The federal government got off the sidelines Thursday to throw a few blocks for plaintiffs in a huge gender class action against Wal-Mart.
The move is a reversal by the U.S. Equal Employment and Opportunity Commission, which had previously decided to sit the case out. Instead, the EEOC now opposes Wal-Mart's bid to try punitive damages on a case-by-case basis, according to an amicus curiae brief the commission filed with the 9th U.S. Circuit Court of Appeals.
Plaintiffs lawyers first sought the government's intervention in 2006 when the case was before a three-judge panel of the 9th Circuit. But the EEOC declined without stating a reason, said Brad Seligman of the Impact Fund in Berkeley.
The panel upheld class certification for 2 million potential plaintiffs. But the Ninth Circuit decided to take the case en banc. With next week's oral arguments fast approaching, Thursday was the deadline for amici filings.
At the EEOC, the staff makes a recommendation to the full commission, which ultimately signs off on litigation decisions. When it previously declined the case, three Republicans and two Democrats were in charge.
Now, with one vacancy, the commission is evenly split. Its top staffer, a President Bush appointee, returned to Steptoe & Johnson shortly after the new administration took over.
EEOC attorney Barbara Sloan wouldn't talk about internal deliberations, saying only that the commission intervenes when it deems an issue important enough to its functions.
Seligman applauded the government. "This is not a radical new EEOC making this decision," he said.
Business interests, meanwhile, were not so celebratory.
"I think this filing reveals a disturbing view of positions the EEOC may take in future cases," said Robin Conrad, executive vice president of the U.S. Chamber of Commerce's litigation arm, a Wal-Mart amicus. "It's very troubling that the Obama administration thinks it might be appropriate to impose massive punitive damages on companies without ever giving them their day in court."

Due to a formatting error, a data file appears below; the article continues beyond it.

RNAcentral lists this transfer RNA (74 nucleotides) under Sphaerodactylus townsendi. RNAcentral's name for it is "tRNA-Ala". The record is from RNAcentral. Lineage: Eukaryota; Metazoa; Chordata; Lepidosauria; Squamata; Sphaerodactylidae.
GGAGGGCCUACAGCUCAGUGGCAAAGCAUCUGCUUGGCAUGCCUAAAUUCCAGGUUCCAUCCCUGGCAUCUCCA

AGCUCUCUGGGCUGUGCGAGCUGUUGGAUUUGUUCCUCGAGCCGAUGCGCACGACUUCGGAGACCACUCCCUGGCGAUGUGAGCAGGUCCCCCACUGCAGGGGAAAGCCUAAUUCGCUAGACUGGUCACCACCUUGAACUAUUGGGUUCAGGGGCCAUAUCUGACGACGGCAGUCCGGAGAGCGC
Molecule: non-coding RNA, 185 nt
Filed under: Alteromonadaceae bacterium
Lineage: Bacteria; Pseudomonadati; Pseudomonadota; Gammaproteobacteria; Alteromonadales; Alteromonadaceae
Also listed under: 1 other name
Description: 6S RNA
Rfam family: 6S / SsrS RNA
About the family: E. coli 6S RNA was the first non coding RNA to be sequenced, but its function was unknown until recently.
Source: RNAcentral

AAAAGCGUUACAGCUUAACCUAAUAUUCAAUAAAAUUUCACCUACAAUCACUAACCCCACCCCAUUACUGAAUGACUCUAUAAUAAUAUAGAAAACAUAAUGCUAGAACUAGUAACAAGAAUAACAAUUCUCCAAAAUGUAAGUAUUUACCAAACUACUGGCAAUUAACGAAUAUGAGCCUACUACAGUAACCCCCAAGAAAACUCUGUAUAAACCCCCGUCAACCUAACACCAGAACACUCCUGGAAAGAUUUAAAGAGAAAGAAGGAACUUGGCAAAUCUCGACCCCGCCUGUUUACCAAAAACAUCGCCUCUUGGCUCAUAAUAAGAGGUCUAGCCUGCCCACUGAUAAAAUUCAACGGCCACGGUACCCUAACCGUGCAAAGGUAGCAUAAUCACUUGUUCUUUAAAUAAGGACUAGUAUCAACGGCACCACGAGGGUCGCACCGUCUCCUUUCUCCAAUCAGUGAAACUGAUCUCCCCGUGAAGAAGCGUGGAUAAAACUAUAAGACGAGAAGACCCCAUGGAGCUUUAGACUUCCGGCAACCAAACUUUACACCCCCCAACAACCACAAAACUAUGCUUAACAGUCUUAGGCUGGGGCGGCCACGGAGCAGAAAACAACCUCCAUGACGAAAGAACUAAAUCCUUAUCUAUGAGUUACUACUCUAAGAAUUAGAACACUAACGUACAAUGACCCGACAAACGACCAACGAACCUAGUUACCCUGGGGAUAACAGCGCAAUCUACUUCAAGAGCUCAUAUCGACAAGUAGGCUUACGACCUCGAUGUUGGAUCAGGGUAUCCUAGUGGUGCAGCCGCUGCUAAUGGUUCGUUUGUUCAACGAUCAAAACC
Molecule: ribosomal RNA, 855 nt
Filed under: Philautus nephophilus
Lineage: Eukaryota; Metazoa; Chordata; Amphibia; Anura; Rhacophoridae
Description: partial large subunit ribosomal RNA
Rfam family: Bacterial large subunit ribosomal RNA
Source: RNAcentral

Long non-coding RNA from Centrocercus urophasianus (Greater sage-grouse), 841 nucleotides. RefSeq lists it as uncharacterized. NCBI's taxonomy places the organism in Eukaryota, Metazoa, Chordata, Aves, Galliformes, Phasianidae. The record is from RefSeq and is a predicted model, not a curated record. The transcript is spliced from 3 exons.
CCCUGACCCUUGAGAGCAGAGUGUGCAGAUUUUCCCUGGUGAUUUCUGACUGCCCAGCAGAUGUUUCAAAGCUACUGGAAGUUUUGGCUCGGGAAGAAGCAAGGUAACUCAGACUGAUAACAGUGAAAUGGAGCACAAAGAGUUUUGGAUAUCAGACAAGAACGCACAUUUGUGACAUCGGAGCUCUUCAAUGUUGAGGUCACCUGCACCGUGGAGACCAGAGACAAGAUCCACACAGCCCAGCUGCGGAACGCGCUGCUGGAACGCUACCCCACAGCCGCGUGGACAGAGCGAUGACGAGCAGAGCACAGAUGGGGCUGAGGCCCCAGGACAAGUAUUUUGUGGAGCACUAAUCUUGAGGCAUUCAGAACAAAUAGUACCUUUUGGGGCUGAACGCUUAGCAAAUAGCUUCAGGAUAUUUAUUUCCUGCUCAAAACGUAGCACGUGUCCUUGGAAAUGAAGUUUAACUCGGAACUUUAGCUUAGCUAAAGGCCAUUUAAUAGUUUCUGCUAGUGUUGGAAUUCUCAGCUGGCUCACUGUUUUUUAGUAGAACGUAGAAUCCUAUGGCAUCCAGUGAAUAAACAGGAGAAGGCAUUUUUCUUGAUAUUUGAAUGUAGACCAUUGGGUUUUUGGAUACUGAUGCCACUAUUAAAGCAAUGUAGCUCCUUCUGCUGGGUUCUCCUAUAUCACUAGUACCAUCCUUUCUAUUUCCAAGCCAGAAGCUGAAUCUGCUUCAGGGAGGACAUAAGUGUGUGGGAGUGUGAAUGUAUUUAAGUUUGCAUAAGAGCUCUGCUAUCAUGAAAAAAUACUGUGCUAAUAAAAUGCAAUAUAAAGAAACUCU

The lawsuit against Wal-Mart represents years of toil for federal judges. The plaintiffs say Wal-Mart uniformly paid women less than men across the country. Then-Northern District Judge Martin Jenkins signed off on the class certification in 2004.
The company echoes the arguments put forward in a dissent to the panel opinion.
"This class poses a considerable risk of enriching undeserving class members and counsel, but depriving thousands of women actually injured by sex discrimination of their just due," 9th Circuit Judge Andrew Kleinfeld wrote.
The EEOC tackled the question of punitives.
"If Wal-Mart's arguments were accepted, it could effectively preclude a claim for punitive damages in most if not all Title VII pattern-or-practice cases including those brought by the Commission," the EEOC wrote.
But Wal-Mart's lawyer, Theodore Boutrous Jr. at Gibson, Dunn & Crutcher, called the EEOC's position "fundamentally incorrect." In addition, Conrad said it "squarely conflicts with numerous Supreme Court punitive damages decisions."
The court will hear en banc arguments Tuesday at 2 p.m. in San Francisco.